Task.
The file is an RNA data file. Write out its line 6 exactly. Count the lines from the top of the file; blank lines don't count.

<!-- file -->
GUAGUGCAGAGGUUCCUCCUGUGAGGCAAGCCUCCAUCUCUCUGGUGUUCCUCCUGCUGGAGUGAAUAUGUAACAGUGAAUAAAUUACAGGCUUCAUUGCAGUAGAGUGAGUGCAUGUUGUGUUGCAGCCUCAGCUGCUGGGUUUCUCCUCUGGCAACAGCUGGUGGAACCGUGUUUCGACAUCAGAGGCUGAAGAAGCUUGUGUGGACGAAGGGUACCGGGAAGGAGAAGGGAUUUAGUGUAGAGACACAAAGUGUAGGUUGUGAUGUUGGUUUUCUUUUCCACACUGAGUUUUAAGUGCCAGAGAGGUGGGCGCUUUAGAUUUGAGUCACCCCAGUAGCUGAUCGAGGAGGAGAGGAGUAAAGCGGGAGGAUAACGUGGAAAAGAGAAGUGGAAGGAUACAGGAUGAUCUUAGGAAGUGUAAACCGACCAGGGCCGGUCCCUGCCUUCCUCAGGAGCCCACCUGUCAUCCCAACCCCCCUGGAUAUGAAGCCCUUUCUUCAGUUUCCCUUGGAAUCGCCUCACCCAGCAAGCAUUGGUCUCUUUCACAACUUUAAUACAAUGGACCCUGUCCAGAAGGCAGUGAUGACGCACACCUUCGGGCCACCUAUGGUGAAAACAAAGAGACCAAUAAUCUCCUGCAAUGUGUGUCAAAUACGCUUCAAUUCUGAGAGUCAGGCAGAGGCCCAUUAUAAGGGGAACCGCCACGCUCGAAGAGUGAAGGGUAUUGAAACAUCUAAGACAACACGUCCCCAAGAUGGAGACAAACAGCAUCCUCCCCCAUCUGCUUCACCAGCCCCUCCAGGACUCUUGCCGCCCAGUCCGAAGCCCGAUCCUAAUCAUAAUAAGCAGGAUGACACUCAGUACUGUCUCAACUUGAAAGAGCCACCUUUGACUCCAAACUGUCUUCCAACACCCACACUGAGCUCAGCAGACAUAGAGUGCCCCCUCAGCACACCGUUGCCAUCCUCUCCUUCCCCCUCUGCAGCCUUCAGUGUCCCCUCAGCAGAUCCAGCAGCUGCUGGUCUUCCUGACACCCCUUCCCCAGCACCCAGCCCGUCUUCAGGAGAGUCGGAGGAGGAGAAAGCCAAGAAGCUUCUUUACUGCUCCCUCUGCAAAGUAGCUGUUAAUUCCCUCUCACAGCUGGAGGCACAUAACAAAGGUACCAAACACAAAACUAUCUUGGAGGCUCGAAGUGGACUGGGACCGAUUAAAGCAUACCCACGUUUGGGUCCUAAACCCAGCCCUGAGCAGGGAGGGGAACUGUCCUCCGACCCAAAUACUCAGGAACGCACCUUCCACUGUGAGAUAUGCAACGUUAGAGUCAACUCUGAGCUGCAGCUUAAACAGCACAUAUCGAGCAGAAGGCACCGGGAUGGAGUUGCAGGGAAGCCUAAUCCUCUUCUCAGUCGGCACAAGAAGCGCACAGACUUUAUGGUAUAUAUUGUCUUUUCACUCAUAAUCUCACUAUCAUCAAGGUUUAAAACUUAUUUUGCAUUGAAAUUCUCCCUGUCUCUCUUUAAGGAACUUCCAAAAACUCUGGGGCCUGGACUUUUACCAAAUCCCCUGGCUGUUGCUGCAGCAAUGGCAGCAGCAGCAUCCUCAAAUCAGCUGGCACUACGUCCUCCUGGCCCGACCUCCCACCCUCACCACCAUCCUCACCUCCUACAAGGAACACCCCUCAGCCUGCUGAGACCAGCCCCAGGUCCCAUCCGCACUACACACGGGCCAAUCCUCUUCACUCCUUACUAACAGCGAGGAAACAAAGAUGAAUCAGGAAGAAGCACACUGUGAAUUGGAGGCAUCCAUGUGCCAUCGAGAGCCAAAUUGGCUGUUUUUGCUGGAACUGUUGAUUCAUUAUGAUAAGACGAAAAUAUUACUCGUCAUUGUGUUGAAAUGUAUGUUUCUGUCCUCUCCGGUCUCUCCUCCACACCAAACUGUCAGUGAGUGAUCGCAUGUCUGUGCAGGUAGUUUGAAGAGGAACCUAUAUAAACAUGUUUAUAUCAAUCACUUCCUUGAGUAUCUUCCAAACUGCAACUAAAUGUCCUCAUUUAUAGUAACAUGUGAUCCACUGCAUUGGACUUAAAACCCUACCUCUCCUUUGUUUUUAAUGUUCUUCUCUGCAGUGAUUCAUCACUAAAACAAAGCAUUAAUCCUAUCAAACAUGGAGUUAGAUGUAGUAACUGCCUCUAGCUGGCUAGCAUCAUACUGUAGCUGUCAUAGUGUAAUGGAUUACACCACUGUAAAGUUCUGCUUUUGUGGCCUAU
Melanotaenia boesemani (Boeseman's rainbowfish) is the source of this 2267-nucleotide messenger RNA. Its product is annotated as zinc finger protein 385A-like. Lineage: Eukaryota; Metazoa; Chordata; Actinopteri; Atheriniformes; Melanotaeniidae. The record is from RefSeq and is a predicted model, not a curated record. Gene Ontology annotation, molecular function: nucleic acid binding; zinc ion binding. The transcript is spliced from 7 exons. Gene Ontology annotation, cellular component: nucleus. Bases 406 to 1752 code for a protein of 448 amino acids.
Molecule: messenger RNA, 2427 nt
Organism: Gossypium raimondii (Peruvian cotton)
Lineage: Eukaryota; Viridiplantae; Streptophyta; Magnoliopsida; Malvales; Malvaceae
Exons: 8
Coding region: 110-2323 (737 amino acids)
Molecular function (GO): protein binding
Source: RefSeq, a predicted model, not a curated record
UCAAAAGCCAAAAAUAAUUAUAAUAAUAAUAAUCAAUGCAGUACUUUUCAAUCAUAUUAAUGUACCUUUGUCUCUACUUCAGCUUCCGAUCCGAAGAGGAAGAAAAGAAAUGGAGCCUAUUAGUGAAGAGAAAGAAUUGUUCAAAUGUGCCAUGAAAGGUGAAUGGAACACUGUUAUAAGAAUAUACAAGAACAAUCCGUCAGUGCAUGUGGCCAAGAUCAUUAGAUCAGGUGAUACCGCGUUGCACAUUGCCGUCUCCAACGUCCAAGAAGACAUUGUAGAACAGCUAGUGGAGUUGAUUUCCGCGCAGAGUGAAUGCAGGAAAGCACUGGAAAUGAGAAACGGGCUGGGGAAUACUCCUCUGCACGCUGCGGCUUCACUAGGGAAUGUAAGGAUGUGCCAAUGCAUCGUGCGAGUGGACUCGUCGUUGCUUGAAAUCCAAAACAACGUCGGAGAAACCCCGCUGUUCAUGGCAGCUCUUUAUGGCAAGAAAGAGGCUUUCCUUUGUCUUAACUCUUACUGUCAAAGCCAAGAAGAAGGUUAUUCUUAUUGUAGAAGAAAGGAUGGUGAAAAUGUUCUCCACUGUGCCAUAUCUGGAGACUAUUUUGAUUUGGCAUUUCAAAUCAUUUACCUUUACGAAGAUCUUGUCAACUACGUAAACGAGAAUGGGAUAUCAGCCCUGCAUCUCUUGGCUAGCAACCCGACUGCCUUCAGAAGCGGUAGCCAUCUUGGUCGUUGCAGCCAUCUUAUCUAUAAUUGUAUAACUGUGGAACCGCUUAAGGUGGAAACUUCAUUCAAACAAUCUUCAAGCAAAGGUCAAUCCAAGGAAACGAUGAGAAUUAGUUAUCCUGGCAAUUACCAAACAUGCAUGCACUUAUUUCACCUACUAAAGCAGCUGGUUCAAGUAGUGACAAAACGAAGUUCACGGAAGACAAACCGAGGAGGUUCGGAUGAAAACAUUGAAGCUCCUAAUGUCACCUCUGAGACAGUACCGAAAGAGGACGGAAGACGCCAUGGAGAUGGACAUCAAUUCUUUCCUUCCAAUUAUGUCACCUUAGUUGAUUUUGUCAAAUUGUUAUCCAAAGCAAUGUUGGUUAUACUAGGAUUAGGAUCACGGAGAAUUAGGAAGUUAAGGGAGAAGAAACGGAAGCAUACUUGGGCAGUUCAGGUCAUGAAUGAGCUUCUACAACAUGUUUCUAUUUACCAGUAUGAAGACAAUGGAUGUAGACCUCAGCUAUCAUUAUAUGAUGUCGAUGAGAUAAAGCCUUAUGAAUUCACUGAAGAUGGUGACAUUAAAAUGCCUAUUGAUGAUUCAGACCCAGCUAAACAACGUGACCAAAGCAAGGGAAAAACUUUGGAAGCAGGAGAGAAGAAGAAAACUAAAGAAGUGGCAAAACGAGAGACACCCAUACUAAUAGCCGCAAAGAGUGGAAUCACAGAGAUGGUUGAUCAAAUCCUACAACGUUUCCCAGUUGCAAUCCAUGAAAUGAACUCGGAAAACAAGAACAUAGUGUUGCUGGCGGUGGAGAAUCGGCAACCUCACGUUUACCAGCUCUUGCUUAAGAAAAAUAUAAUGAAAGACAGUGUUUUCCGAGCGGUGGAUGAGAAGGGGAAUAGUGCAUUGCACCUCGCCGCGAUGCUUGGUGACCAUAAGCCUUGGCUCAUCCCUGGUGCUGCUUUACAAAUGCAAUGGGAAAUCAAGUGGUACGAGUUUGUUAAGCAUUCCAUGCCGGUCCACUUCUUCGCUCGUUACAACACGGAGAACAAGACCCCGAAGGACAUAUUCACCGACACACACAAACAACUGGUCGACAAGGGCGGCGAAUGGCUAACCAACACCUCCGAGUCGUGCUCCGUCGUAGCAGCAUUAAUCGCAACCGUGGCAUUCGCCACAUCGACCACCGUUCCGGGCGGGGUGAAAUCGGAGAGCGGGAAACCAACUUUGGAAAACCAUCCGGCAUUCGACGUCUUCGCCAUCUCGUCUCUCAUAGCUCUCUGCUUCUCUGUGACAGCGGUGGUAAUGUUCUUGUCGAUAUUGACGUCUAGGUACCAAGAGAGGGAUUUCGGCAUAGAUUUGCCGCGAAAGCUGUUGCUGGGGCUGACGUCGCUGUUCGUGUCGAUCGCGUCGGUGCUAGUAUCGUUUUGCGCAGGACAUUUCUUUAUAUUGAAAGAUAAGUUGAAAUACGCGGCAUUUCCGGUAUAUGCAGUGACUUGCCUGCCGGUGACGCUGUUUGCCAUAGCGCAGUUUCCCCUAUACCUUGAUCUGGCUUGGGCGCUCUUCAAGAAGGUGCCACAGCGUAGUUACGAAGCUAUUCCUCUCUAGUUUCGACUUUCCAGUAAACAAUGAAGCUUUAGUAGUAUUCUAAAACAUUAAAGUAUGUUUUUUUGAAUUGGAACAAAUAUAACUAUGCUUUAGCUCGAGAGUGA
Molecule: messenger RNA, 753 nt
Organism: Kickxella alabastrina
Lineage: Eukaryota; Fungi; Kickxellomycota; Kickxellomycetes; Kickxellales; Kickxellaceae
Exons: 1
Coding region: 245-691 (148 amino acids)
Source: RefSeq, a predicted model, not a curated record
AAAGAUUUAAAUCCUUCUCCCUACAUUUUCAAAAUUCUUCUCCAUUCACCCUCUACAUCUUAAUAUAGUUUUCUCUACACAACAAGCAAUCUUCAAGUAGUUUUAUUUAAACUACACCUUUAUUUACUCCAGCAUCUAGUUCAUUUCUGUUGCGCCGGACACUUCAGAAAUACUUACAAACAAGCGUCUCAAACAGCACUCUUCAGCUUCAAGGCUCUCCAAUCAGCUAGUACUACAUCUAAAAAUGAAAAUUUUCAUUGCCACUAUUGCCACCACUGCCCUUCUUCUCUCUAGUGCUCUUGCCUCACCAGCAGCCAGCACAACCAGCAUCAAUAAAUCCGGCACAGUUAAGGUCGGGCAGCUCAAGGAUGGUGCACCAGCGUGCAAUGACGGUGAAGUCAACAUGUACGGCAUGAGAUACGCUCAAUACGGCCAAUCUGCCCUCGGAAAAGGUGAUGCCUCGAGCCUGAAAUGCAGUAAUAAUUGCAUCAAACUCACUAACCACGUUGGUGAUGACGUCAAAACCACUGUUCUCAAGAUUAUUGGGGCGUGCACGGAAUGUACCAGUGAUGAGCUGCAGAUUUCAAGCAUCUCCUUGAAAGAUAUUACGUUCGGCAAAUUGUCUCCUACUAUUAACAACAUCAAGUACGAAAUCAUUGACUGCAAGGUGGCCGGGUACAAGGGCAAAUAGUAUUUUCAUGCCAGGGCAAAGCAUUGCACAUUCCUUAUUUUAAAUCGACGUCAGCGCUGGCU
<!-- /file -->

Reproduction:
Exons: 8